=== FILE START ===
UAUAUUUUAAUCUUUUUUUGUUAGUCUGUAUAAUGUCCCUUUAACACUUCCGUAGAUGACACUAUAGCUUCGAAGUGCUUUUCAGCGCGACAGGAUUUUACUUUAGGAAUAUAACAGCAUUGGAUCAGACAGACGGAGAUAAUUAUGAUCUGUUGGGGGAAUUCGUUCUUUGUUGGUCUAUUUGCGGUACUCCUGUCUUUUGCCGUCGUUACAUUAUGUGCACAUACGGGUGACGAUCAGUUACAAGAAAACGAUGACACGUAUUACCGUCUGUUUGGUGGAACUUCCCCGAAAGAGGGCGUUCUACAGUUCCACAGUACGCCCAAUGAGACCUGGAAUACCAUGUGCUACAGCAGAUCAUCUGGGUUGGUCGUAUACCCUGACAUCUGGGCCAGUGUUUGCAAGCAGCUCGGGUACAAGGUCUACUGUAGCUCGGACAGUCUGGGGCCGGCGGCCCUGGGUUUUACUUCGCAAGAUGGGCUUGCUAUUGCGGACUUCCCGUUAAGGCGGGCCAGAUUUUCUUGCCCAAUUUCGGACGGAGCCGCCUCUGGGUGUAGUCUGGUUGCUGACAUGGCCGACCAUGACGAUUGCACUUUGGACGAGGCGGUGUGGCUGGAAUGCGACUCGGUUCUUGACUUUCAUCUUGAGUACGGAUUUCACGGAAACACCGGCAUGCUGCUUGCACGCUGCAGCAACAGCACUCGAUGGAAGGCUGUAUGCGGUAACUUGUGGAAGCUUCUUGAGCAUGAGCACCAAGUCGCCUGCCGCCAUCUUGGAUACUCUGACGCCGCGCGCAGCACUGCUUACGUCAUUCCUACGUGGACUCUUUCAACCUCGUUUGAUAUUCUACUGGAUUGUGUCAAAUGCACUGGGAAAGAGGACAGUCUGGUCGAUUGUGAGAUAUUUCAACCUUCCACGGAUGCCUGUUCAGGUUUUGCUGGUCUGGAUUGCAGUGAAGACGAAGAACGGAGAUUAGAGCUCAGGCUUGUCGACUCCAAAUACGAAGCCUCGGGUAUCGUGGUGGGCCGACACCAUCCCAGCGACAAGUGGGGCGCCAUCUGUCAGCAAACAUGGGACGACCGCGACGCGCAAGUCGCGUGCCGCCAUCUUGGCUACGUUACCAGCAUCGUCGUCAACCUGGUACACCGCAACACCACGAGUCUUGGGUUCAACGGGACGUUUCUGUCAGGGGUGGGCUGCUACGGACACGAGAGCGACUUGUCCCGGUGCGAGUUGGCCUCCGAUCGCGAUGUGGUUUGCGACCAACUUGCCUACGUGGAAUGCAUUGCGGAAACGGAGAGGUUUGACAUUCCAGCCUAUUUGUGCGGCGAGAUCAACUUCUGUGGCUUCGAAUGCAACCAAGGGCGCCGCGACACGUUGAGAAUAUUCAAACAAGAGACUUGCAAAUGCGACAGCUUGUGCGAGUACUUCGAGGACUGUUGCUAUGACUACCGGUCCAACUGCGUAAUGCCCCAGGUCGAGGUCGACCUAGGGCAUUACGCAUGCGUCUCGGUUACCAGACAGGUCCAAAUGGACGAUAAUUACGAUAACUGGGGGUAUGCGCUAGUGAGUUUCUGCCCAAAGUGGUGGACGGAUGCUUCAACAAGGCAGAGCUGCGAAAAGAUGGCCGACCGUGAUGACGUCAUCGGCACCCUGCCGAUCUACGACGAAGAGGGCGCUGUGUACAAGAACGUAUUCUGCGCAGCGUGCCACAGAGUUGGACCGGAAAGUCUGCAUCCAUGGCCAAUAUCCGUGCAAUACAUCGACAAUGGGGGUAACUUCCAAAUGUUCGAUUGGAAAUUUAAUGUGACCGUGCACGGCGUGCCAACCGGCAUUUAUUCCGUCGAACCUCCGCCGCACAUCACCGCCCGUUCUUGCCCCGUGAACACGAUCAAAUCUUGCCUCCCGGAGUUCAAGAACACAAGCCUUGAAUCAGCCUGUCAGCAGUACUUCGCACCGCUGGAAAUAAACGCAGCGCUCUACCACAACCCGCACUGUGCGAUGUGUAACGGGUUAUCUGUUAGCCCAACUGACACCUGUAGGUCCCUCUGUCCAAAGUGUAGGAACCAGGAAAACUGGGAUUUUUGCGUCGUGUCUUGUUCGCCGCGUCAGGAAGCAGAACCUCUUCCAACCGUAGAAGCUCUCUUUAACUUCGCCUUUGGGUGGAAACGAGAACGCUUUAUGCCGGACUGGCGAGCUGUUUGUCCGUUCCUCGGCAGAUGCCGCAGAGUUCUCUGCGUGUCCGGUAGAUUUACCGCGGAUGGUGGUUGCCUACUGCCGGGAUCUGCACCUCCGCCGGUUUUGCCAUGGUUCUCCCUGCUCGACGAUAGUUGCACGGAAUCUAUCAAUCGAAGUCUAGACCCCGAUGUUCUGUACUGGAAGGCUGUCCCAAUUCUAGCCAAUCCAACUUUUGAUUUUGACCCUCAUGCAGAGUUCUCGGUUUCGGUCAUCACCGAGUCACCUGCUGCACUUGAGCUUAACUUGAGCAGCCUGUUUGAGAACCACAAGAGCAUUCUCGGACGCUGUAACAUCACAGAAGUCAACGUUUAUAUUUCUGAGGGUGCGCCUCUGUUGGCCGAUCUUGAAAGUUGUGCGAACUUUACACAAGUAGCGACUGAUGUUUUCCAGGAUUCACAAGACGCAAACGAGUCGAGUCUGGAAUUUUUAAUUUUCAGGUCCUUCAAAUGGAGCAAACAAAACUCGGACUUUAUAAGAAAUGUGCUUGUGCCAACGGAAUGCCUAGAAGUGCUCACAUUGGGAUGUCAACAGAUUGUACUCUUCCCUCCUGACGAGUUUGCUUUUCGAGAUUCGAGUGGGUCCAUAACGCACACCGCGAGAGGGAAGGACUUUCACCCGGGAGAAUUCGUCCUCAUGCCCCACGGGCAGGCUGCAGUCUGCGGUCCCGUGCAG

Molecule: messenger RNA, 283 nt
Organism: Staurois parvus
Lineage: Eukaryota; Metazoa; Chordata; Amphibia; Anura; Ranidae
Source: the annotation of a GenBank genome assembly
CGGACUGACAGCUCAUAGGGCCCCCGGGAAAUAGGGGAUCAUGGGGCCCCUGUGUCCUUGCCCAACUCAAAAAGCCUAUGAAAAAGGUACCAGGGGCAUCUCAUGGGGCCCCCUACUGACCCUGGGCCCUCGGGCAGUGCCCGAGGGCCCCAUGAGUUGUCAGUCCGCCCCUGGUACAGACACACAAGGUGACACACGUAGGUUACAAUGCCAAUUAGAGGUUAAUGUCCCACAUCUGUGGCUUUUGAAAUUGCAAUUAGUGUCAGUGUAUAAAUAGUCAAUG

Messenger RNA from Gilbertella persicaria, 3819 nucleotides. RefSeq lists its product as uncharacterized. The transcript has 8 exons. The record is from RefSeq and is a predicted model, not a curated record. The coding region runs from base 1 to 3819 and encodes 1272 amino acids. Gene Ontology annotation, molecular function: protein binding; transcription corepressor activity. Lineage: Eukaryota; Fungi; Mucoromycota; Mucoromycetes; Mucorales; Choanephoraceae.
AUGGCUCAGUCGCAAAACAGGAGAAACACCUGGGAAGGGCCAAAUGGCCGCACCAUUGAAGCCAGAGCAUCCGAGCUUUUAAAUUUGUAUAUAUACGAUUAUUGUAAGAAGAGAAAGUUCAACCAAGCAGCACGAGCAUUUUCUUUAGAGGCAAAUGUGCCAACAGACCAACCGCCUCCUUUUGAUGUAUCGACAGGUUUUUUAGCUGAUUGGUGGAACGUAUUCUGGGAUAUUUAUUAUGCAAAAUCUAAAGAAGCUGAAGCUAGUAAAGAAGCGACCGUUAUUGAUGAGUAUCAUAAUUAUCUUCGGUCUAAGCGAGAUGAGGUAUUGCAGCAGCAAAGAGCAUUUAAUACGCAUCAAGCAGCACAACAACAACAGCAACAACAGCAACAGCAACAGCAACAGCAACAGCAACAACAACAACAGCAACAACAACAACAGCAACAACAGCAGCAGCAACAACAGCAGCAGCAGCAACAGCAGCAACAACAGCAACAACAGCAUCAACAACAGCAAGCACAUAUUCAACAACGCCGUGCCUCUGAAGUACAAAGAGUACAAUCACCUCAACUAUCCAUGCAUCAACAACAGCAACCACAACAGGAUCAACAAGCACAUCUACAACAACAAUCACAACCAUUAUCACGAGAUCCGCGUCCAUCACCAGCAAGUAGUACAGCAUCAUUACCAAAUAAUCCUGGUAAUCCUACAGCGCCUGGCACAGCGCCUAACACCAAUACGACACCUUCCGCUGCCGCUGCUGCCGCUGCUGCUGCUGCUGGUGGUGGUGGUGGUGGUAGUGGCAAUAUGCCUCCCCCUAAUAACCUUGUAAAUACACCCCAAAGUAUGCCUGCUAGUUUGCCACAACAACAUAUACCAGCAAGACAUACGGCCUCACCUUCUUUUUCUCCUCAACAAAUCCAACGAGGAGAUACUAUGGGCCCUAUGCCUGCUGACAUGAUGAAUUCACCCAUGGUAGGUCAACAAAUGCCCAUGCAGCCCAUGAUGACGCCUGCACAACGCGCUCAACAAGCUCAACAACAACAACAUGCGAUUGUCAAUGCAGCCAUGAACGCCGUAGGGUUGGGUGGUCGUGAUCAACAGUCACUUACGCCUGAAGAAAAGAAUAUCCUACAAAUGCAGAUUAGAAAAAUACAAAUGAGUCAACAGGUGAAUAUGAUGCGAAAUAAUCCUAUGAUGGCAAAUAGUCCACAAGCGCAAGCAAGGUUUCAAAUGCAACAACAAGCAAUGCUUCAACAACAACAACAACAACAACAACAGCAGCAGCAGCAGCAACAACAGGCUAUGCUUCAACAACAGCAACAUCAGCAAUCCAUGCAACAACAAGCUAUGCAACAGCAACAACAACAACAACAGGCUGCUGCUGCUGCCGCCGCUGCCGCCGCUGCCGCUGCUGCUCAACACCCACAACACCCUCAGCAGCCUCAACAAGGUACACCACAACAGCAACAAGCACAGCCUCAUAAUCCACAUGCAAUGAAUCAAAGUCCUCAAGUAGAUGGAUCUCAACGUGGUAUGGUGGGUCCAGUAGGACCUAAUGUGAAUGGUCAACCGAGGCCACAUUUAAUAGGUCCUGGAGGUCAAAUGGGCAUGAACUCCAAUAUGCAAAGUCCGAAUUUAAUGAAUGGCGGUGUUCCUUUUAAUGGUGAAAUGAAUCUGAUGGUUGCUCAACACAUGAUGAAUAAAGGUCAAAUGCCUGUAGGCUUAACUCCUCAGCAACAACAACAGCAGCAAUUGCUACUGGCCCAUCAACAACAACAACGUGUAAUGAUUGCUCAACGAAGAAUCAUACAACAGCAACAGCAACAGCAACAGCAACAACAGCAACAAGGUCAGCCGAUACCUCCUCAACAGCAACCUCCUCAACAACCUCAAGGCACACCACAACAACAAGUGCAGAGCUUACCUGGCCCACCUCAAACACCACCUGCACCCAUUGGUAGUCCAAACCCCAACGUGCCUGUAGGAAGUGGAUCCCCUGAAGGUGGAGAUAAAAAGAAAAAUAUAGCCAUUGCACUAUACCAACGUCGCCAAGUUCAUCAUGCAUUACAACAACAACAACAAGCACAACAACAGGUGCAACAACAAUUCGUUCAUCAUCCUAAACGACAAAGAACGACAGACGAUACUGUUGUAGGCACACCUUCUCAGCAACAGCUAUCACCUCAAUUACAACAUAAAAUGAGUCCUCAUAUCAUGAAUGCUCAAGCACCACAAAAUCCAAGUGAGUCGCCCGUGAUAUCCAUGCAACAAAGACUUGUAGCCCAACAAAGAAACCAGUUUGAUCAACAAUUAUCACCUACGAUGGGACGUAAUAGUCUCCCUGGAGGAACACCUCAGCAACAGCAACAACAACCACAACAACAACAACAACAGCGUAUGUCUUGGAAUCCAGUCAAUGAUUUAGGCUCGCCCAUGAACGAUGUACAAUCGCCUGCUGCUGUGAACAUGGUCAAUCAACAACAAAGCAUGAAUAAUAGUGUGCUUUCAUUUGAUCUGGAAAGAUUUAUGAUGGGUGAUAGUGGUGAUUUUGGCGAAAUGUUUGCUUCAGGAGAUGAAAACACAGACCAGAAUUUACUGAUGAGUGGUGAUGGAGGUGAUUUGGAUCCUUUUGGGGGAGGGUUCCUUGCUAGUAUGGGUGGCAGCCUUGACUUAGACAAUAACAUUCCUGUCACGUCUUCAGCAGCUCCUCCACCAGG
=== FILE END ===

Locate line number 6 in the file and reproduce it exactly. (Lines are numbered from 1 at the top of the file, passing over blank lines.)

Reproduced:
CGGACUGACAGCUCAUAGGGCCCCCGGGAAAUAGGGGAUCAUGGGGCCCCUGUGUCCUUGCCCAACUCAAAAAGCCUAUGAAAAAGGUACCAGGGGCAUCUCAUGGGGCCCCCUACUGACCCUGGGCCCUCGGGCAGUGCCCGAGGGCCCCAUGAGUUGUCAGUCCGCCCCUGGUACAGACACACAAGGUGACACACGUAGGUUACAAUGCCAAUUAGAGGUUAAUGUCCCACAUCUGUGGCUUUUGAAAUUGCAAUUAGUGUCAGUGUAUAAAUAGUCAAUG